As a new church body forms out of the continued wreckage of the ELCA, one hears concerns about the unity of the church raised. A similar note can be heard among Anglicans as their communion continues its ongoing fracture. Many from the more liberal side of the spectrum will undoubtedly appeal to Jesus' words in John 17 about His prayer that we should be one, even as He and the father are one. The desire for outward unity, a conviction shared, ironically with Rome itself, forms a core of the modern ecumenical identity for the church. So, is any disruption of this outward unity of breach with the will of God for His church?
Any student of church history will acknowledge that maintaining outward unity at all costs ultimately sacrifices something else critical to the church. Usually this involves fidelity to the truth. Agreeing to disagree only erodes the church's commitment to a clear confession which is exchanged in turn for social statements that embrace increasingly liberal agendas. If one understands the theological distinction between the hidden and visible church, we realize that the unity for which our Lord prayed has always been fulfilled. The gates of hell will never prevail against those united in true faith spread throughout time and eternity.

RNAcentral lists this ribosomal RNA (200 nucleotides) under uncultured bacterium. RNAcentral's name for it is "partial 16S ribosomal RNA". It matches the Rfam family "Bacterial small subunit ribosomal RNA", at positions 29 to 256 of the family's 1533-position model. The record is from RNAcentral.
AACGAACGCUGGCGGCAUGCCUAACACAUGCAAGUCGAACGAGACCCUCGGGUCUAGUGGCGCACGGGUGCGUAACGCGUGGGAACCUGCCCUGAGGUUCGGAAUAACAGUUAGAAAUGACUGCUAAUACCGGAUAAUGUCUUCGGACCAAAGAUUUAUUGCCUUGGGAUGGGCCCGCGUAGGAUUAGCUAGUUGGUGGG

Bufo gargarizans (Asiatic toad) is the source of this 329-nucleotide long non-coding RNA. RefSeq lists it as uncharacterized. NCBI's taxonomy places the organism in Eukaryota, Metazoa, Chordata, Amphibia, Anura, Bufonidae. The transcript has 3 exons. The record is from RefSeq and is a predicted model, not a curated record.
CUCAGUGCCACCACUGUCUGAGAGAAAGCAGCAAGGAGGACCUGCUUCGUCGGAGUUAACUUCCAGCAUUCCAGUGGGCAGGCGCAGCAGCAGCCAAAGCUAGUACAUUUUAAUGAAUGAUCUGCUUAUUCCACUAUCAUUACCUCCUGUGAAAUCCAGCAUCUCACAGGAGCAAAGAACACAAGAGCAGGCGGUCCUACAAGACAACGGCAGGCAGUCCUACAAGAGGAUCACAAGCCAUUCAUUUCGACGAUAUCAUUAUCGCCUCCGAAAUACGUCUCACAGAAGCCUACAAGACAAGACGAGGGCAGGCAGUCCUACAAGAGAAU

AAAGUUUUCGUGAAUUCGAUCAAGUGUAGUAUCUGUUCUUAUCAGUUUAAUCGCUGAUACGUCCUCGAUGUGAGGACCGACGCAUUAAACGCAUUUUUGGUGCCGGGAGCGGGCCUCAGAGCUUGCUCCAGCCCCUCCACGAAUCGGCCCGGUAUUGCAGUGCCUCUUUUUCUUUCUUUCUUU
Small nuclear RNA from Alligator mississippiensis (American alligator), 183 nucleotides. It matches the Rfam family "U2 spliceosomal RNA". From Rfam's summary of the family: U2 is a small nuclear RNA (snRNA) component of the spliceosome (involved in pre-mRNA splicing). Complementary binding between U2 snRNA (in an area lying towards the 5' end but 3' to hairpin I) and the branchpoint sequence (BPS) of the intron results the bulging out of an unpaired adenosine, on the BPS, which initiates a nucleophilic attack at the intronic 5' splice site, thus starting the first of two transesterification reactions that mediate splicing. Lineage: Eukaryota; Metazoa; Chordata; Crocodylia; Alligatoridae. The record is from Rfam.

It is sad when a church body begins to crumble and die, and part of us dies with it. Denominations form significant parts of our identity much like our families do on a more personal level. Yet these outward organizations exist not to maintain a memory, but to carry out the call of the Lord of the church to proclaim the Gospel and administer his life-giving sacraments. If this cannot be done in faithfulness to the Word, then the time has arrived for that denomination to disappear and others to take their place.